In rare cases, abnormal receptors on the adrenal glands can cause excess cortisol and Cushing’s syndrome, according to a case report.
Identifying these receptors can allow physicians to treat the disease pharmacologically rather than surgically, the researchers say.
The report, “Two cases of Cushing’s syndrome due to primary bilateral macronodular adrenal hyperplasia secondary to aberrant adrenal expression of hormone receptors,” was published in the journal Clinical Biochemistry.
Adrenocorticotropic hormone (ACTH) stimulates the adrenal glands to release a hormone called cortisol. Most cases of Cushing’s syndrome (CS) are attributed to excess ACTH, leading to high cortisol levels.
In about 15-20 percent of cases, however, high cortisol levels are caused by mechanisms independent of ACTH. While these are mostly caused by tumors, in less than 1 percent of cases, ACTH-independent CS is caused by bilateral macronodular adrenal hyperplasia (BMAH) — a disease characterized by nodules on both adrenal glands.
The adrenal gland has receptors for a range of hormones, many of which are involved in the production of steroids — such as cortisol. An abnormal increase in any of these receptors can lead to high levels of cortisol, which is the case for patients who have BMAH. The challenge in effectively treating the disease, however, is to determine which receptors are over-produced.
In this report, researchers presented the case of two patients with Cushing’s syndrome due to BMAH. The goal of this study was to detect the receptors responsible for the excess cortisol using an extensive screening protocol.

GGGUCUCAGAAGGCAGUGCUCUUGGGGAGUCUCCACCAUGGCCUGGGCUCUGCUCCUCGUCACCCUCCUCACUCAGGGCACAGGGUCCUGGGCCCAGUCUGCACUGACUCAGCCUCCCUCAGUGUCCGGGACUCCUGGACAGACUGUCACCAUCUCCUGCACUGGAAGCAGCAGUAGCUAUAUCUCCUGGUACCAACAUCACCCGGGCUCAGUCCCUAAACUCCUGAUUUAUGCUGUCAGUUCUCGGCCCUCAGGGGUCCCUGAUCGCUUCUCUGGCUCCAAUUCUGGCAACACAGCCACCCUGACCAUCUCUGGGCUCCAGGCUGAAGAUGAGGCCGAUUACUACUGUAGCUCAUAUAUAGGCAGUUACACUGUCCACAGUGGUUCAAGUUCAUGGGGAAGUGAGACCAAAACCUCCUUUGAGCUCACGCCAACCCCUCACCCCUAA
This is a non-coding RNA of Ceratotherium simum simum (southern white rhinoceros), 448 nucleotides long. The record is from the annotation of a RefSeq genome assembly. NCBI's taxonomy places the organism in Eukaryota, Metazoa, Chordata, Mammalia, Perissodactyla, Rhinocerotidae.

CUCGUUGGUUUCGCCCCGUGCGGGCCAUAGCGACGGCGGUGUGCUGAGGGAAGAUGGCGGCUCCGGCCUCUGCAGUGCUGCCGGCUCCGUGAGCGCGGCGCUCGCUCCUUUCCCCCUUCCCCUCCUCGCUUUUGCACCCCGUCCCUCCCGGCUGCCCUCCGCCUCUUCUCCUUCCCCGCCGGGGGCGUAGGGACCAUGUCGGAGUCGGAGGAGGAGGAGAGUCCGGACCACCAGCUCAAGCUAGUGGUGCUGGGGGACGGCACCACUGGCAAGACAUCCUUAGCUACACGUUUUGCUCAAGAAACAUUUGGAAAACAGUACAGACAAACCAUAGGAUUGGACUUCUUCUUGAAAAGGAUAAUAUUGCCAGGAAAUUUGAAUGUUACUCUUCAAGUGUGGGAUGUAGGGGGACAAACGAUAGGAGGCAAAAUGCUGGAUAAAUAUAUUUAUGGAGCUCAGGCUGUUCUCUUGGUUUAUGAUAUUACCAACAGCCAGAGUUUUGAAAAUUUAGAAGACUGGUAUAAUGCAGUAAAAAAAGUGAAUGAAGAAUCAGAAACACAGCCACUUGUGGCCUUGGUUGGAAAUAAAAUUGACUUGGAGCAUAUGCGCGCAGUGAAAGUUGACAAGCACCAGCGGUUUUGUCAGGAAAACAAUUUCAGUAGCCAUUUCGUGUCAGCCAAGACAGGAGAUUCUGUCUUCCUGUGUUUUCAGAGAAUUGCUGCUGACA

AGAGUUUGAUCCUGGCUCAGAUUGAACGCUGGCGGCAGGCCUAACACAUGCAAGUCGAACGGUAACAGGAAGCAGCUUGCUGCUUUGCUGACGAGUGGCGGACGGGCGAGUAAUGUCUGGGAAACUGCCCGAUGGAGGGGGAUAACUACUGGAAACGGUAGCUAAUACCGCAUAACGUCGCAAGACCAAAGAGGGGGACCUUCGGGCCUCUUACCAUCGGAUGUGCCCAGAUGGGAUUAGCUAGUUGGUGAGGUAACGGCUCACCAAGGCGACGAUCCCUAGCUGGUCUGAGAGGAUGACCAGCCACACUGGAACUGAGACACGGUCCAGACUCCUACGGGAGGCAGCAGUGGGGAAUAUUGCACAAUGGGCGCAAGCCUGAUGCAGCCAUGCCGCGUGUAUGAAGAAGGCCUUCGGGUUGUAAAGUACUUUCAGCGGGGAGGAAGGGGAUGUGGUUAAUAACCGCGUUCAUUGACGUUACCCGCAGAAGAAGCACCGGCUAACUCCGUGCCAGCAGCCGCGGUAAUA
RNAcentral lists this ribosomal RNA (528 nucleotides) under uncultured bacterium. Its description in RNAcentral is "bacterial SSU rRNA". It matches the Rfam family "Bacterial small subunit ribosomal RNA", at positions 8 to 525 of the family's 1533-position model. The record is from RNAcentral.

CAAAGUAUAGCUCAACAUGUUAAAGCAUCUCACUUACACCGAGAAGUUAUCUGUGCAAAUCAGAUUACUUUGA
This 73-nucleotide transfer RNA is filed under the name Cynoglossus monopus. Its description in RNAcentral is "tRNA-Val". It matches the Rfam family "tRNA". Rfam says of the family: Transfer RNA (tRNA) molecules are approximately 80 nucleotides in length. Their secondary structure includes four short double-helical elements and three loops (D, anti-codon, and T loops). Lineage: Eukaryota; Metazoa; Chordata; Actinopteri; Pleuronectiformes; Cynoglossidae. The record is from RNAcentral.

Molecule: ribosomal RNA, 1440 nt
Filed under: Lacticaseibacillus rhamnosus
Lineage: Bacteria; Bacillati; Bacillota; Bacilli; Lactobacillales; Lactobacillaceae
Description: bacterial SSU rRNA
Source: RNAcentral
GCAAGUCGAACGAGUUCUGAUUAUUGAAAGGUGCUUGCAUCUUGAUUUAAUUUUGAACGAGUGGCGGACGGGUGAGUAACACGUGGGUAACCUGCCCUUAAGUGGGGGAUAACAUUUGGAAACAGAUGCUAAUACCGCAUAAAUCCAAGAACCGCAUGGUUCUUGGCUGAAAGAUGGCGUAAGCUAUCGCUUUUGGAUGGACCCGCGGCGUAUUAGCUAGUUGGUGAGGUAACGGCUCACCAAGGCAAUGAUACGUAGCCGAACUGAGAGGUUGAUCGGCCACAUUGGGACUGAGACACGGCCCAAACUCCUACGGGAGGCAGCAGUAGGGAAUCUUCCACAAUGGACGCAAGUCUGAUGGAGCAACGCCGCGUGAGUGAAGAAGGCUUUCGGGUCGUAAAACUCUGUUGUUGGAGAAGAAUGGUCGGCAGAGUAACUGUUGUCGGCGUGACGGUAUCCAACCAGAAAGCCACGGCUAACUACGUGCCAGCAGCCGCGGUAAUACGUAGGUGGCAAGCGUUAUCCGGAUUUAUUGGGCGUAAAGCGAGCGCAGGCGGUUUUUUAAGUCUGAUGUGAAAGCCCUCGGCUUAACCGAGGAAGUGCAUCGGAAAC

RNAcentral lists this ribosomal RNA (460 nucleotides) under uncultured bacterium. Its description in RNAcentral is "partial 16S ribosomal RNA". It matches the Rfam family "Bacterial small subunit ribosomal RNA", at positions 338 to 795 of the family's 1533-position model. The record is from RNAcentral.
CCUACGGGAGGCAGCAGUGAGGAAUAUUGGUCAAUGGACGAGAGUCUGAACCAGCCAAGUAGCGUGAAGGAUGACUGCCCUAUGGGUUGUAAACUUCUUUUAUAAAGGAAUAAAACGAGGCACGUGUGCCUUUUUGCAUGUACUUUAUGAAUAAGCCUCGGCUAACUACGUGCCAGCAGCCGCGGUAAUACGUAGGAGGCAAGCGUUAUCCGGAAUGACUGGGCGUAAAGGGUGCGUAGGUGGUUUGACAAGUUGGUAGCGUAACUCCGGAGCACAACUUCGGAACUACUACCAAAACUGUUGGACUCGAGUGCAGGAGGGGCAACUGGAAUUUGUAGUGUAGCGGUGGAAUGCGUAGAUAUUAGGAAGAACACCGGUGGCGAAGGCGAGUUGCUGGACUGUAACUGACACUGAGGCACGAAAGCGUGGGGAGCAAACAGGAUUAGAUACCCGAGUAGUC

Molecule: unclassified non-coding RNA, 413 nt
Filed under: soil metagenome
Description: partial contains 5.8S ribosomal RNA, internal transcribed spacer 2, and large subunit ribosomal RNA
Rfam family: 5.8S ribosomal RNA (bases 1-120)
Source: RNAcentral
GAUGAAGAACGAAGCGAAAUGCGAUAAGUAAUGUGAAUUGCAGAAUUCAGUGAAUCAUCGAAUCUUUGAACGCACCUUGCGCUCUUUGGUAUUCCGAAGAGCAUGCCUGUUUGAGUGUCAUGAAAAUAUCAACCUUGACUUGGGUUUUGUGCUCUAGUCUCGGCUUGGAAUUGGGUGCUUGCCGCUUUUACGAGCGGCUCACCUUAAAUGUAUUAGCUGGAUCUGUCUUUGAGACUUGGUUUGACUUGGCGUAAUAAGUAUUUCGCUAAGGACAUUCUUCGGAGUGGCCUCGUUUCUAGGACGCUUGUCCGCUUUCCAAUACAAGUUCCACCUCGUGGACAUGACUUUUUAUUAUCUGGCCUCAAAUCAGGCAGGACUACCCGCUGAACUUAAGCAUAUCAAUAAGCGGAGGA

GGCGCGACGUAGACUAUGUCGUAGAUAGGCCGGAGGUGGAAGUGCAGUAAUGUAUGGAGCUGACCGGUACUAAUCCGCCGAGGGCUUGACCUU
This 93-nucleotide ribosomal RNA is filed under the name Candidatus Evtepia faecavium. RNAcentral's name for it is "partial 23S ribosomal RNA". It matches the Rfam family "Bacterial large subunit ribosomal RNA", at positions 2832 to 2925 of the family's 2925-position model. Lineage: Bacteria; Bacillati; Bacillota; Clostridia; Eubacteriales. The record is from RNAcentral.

Researchers used a modified version of the previously published Lacroix protocol in which they conducted measurements of ACTH, cortisol, and other steroids and hormones. They then had the patients do an upright posture test, where they went from lying down on their left side to standing, as well as giving them a mixed meal and administering gonadotropin-releasing hormones (GnRH) to serve as stimulation.
The mixed food was given to determine whether the increase in cortisol was due to gastrointestinal hormone-mediated steroid production. GnRH was given to see if the GnRH receptor was responsible for over-production of cortisol.
Additionally, both patients were stimulated by ACTH injected into the vein to determine whether the cortical response was dependent or independent of ACTH.
A positive response was defined as any increase in cortisol above 50%, a partial positive response was between 25-49%, and any increase below 25% was considered a negative response.
The first case, a 69-year old man, did not respond to ACTH administration, ruling out the possibility that the cortisol changes could be attributed to ACTH. Additionally, he had a negative response to standing and mixed meal stimuli.
Interestingly, the patient had a 36.5% response to GnRH administration, indicating a partial response to this hormone. This suggests there was an abnormal expression of the receptors for GnRH on the adrenal gland.
The second case, a 53-year old woman, was admitted to the department of endocrinology and evaluated for CS. She had high cortisol levels, but essentially no detectable ACTH, ruling out the possibility that CS was due to ACTH over-production. She also had a negative response to the mixed meal and GnRH stimuli.
Interestingly, the woman had a partial positive response (41.9%) to the upright posture test, suggesting high levels of receptors for the hormone vasopressin V1, which increases in response to changes in posture. The abnormal activation of vasopressin V1 receptors, in turn, produce high levels of cortisol.
In both cases, researchers were able to identify the receptors responsible for cortisol excess. While both patients were treated by undergoing an adrenalectomy, or removal of the adrenal gland, medications that target these receptors could also be used.
“The cases presented exemplify the importance of studying anomalous receptors in patients affected by ACTH-independent Cushing’s syndrome with bilateral adrenal affectation, allowing the possibility of using pharmacological treatments as an alternative to adrenalectomy,” the investigators concluded.